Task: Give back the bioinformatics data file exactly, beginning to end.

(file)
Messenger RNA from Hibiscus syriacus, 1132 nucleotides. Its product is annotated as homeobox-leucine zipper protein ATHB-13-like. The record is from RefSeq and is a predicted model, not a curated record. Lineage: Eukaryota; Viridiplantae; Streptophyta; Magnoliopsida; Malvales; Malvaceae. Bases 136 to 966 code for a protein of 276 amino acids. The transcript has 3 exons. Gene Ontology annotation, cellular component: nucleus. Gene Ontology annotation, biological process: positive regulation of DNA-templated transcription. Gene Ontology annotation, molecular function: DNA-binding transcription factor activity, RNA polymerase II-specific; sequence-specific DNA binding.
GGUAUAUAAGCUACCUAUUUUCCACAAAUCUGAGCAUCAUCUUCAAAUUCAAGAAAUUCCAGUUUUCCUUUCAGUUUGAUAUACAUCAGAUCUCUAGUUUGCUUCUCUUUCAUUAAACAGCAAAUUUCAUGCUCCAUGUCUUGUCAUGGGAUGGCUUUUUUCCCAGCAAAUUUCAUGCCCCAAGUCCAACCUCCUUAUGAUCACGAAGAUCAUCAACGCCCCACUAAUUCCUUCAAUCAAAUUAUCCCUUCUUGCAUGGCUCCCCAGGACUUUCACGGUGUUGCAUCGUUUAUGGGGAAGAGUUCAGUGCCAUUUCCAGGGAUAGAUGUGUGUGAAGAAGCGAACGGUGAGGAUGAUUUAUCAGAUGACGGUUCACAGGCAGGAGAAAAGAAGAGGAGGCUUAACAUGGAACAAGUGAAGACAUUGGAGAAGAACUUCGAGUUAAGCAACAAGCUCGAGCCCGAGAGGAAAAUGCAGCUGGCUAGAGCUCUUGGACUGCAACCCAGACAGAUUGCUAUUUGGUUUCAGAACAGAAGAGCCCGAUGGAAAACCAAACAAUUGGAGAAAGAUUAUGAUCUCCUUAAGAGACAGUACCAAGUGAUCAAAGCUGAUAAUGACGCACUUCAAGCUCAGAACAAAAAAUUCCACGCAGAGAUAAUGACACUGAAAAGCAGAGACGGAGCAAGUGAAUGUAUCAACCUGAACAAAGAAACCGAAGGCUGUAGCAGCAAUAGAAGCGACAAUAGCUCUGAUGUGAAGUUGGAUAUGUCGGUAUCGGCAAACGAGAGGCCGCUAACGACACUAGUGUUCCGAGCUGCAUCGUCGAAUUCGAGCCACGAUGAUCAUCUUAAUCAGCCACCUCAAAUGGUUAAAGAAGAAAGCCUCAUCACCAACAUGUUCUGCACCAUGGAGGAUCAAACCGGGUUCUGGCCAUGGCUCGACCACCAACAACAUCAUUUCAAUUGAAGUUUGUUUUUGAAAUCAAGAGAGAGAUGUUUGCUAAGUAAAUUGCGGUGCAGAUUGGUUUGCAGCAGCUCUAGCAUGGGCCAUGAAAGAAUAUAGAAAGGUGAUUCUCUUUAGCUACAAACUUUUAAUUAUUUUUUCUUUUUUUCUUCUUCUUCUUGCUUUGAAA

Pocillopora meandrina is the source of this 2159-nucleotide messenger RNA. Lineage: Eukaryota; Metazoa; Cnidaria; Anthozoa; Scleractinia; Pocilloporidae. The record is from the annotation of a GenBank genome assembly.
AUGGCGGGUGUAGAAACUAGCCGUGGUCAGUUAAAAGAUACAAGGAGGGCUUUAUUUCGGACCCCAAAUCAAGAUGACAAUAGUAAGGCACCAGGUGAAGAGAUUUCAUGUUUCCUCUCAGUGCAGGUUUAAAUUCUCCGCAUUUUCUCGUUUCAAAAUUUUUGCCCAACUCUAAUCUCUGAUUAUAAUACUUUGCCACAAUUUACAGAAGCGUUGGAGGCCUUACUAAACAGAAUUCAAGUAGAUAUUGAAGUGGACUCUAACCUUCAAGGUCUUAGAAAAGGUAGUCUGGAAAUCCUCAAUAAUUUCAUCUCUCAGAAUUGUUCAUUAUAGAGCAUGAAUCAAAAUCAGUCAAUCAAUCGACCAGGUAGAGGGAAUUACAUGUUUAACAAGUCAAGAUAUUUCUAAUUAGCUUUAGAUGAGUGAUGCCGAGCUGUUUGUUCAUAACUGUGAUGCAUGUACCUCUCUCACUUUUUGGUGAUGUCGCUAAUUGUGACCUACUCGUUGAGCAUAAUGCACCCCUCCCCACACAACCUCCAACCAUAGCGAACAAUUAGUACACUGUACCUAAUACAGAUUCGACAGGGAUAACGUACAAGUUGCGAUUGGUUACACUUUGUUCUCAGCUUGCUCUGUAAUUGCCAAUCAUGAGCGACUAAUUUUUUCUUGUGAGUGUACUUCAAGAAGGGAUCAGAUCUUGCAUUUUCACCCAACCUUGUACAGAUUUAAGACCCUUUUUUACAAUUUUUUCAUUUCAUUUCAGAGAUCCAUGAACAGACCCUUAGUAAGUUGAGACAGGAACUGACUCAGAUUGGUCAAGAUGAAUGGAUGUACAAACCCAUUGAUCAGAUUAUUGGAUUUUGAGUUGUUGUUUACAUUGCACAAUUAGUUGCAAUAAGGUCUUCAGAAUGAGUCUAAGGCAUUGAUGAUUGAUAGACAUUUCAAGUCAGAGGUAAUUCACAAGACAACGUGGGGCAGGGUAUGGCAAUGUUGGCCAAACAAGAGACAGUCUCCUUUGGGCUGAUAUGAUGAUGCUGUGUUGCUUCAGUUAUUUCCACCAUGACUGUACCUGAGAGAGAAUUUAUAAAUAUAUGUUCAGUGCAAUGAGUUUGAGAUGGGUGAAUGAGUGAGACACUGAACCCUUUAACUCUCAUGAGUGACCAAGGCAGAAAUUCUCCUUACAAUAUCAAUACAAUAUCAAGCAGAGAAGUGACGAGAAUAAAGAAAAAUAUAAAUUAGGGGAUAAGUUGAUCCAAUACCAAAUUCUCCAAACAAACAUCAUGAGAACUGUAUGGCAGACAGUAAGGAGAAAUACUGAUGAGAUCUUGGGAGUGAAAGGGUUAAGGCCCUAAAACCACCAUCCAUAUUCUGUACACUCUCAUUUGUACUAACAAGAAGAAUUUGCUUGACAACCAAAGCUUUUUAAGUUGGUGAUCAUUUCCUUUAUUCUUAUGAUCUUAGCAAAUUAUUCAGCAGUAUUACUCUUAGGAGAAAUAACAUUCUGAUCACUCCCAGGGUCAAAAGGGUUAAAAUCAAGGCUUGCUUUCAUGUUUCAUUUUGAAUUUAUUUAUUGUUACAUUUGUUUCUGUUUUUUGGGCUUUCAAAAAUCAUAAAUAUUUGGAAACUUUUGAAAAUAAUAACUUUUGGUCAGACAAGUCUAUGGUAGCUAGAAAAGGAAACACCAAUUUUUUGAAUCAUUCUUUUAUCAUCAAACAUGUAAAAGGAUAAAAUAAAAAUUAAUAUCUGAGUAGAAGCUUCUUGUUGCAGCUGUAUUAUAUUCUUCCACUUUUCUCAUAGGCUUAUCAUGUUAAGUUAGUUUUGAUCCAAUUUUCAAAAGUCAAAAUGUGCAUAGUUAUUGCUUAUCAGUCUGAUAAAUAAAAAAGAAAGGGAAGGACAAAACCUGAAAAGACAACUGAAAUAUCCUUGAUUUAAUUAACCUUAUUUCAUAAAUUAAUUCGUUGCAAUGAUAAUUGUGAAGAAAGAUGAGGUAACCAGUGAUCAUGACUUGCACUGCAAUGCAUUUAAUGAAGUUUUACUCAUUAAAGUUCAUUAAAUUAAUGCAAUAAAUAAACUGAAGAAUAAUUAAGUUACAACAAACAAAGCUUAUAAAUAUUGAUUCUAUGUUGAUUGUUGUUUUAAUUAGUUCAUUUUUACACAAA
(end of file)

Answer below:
Messenger RNA from Hibiscus syriacus, 1132 nucleotides. Its product is annotated as homeobox-leucine zipper protein ATHB-13-like. The record is from RefSeq and is a predicted model, not a curated record. Lineage: Eukaryota; Viridiplantae; Streptophyta; Magnoliopsida; Malvales; Malvaceae. Bases 136 to 966 code for a protein of 276 amino acids. The transcript has 3 exons. Gene Ontology annotation, cellular component: nucleus. Gene Ontology annotation, biological process: positive regulation of DNA-templated transcription. Gene Ontology annotation, molecular function: DNA-binding transcription factor activity, RNA polymerase II-specific; sequence-specific DNA binding.
GGUAUAUAAGCUACCUAUUUUCCACAAAUCUGAGCAUCAUCUUCAAAUUCAAGAAAUUCCAGUUUUCCUUUCAGUUUGAUAUACAUCAGAUCUCUAGUUUGCUUCUCUUUCAUUAAACAGCAAAUUUCAUGCUCCAUGUCUUGUCAUGGGAUGGCUUUUUUCCCAGCAAAUUUCAUGCCCCAAGUCCAACCUCCUUAUGAUCACGAAGAUCAUCAACGCCCCACUAAUUCCUUCAAUCAAAUUAUCCCUUCUUGCAUGGCUCCCCAGGACUUUCACGGUGUUGCAUCGUUUAUGGGGAAGAGUUCAGUGCCAUUUCCAGGGAUAGAUGUGUGUGAAGAAGCGAACGGUGAGGAUGAUUUAUCAGAUGACGGUUCACAGGCAGGAGAAAAGAAGAGGAGGCUUAACAUGGAACAAGUGAAGACAUUGGAGAAGAACUUCGAGUUAAGCAACAAGCUCGAGCCCGAGAGGAAAAUGCAGCUGGCUAGAGCUCUUGGACUGCAACCCAGACAGAUUGCUAUUUGGUUUCAGAACAGAAGAGCCCGAUGGAAAACCAAACAAUUGGAGAAAGAUUAUGAUCUCCUUAAGAGACAGUACCAAGUGAUCAAAGCUGAUAAUGACGCACUUCAAGCUCAGAACAAAAAAUUCCACGCAGAGAUAAUGACACUGAAAAGCAGAGACGGAGCAAGUGAAUGUAUCAACCUGAACAAAGAAACCGAAGGCUGUAGCAGCAAUAGAAGCGACAAUAGCUCUGAUGUGAAGUUGGAUAUGUCGGUAUCGGCAAACGAGAGGCCGCUAACGACACUAGUGUUCCGAGCUGCAUCGUCGAAUUCGAGCCACGAUGAUCAUCUUAAUCAGCCACCUCAAAUGGUUAAAGAAGAAAGCCUCAUCACCAACAUGUUCUGCACCAUGGAGGAUCAAACCGGGUUCUGGCCAUGGCUCGACCACCAACAACAUCAUUUCAAUUGAAGUUUGUUUUUGAAAUCAAGAGAGAGAUGUUUGCUAAGUAAAUUGCGGUGCAGAUUGGUUUGCAGCAGCUCUAGCAUGGGCCAUGAAAGAAUAUAGAAAGGUGAUUCUCUUUAGCUACAAACUUUUAAUUAUUUUUUCUUUUUUUCUUCUUCUUCUUGCUUUGAAA

Pocillopora meandrina is the source of this 2159-nucleotide messenger RNA. Lineage: Eukaryota; Metazoa; Cnidaria; Anthozoa; Scleractinia; Pocilloporidae. The record is from the annotation of a GenBank genome assembly.
AUGGCGGGUGUAGAAACUAGCCGUGGUCAGUUAAAAGAUACAAGGAGGGCUUUAUUUCGGACCCCAAAUCAAGAUGACAAUAGUAAGGCACCAGGUGAAGAGAUUUCAUGUUUCCUCUCAGUGCAGGUUUAAAUUCUCCGCAUUUUCUCGUUUCAAAAUUUUUGCCCAACUCUAAUCUCUGAUUAUAAUACUUUGCCACAAUUUACAGAAGCGUUGGAGGCCUUACUAAACAGAAUUCAAGUAGAUAUUGAAGUGGACUCUAACCUUCAAGGUCUUAGAAAAGGUAGUCUGGAAAUCCUCAAUAAUUUCAUCUCUCAGAAUUGUUCAUUAUAGAGCAUGAAUCAAAAUCAGUCAAUCAAUCGACCAGGUAGAGGGAAUUACAUGUUUAACAAGUCAAGAUAUUUCUAAUUAGCUUUAGAUGAGUGAUGCCGAGCUGUUUGUUCAUAACUGUGAUGCAUGUACCUCUCUCACUUUUUGGUGAUGUCGCUAAUUGUGACCUACUCGUUGAGCAUAAUGCACCCCUCCCCACACAACCUCCAACCAUAGCGAACAAUUAGUACACUGUACCUAAUACAGAUUCGACAGGGAUAACGUACAAGUUGCGAUUGGUUACACUUUGUUCUCAGCUUGCUCUGUAAUUGCCAAUCAUGAGCGACUAAUUUUUUCUUGUGAGUGUACUUCAAGAAGGGAUCAGAUCUUGCAUUUUCACCCAACCUUGUACAGAUUUAAGACCCUUUUUUACAAUUUUUUCAUUUCAUUUCAGAGAUCCAUGAACAGACCCUUAGUAAGUUGAGACAGGAACUGACUCAGAUUGGUCAAGAUGAAUGGAUGUACAAACCCAUUGAUCAGAUUAUUGGAUUUUGAGUUGUUGUUUACAUUGCACAAUUAGUUGCAAUAAGGUCUUCAGAAUGAGUCUAAGGCAUUGAUGAUUGAUAGACAUUUCAAGUCAGAGGUAAUUCACAAGACAACGUGGGGCAGGGUAUGGCAAUGUUGGCCAAACAAGAGACAGUCUCCUUUGGGCUGAUAUGAUGAUGCUGUGUUGCUUCAGUUAUUUCCACCAUGACUGUACCUGAGAGAGAAUUUAUAAAUAUAUGUUCAGUGCAAUGAGUUUGAGAUGGGUGAAUGAGUGAGACACUGAACCCUUUAACUCUCAUGAGUGACCAAGGCAGAAAUUCUCCUUACAAUAUCAAUACAAUAUCAAGCAGAGAAGUGACGAGAAUAAAGAAAAAUAUAAAUUAGGGGAUAAGUUGAUCCAAUACCAAAUUCUCCAAACAAACAUCAUGAGAACUGUAUGGCAGACAGUAAGGAGAAAUACUGAUGAGAUCUUGGGAGUGAAAGGGUUAAGGCCCUAAAACCACCAUCCAUAUUCUGUACACUCUCAUUUGUACUAACAAGAAGAAUUUGCUUGACAACCAAAGCUUUUUAAGUUGGUGAUCAUUUCCUUUAUUCUUAUGAUCUUAGCAAAUUAUUCAGCAGUAUUACUCUUAGGAGAAAUAACAUUCUGAUCACUCCCAGGGUCAAAAGGGUUAAAAUCAAGGCUUGCUUUCAUGUUUCAUUUUGAAUUUAUUUAUUGUUACAUUUGUUUCUGUUUUUUGGGCUUUCAAAAAUCAUAAAUAUUUGGAAACUUUUGAAAAUAAUAACUUUUGGUCAGACAAGUCUAUGGUAGCUAGAAAAGGAAACACCAAUUUUUUGAAUCAUUCUUUUAUCAUCAAACAUGUAAAAGGAUAAAAUAAAAAUUAAUAUCUGAGUAGAAGCUUCUUGUUGCAGCUGUAUUAUAUUCUUCCACUUUUCUCAUAGGCUUAUCAUGUUAAGUUAGUUUUGAUCCAAUUUUCAAAAGUCAAAAUGUGCAUAGUUAUUGCUUAUCAGUCUGAUAAAUAAAAAAGAAAGGGAAGGACAAAACCUGAAAAGACAACUGAAAUAUCCUUGAUUUAAUUAACCUUAUUUCAUAAAUUAAUUCGUUGCAAUGAUAAUUGUGAAGAAAGAUGAGGUAACCAGUGAUCAUGACUUGCACUGCAAUGCAUUUAAUGAAGUUUUACUCAUUAAAGUUCAUUAAAUUAAUGCAAUAAAUAAACUGAAGAAUAAUUAAGUUACAACAAACAAAGCUUAUAAAUAUUGAUUCUAUGUUGAUUGUUGUUUUAAUUAGUUCAUUUUUACACAAA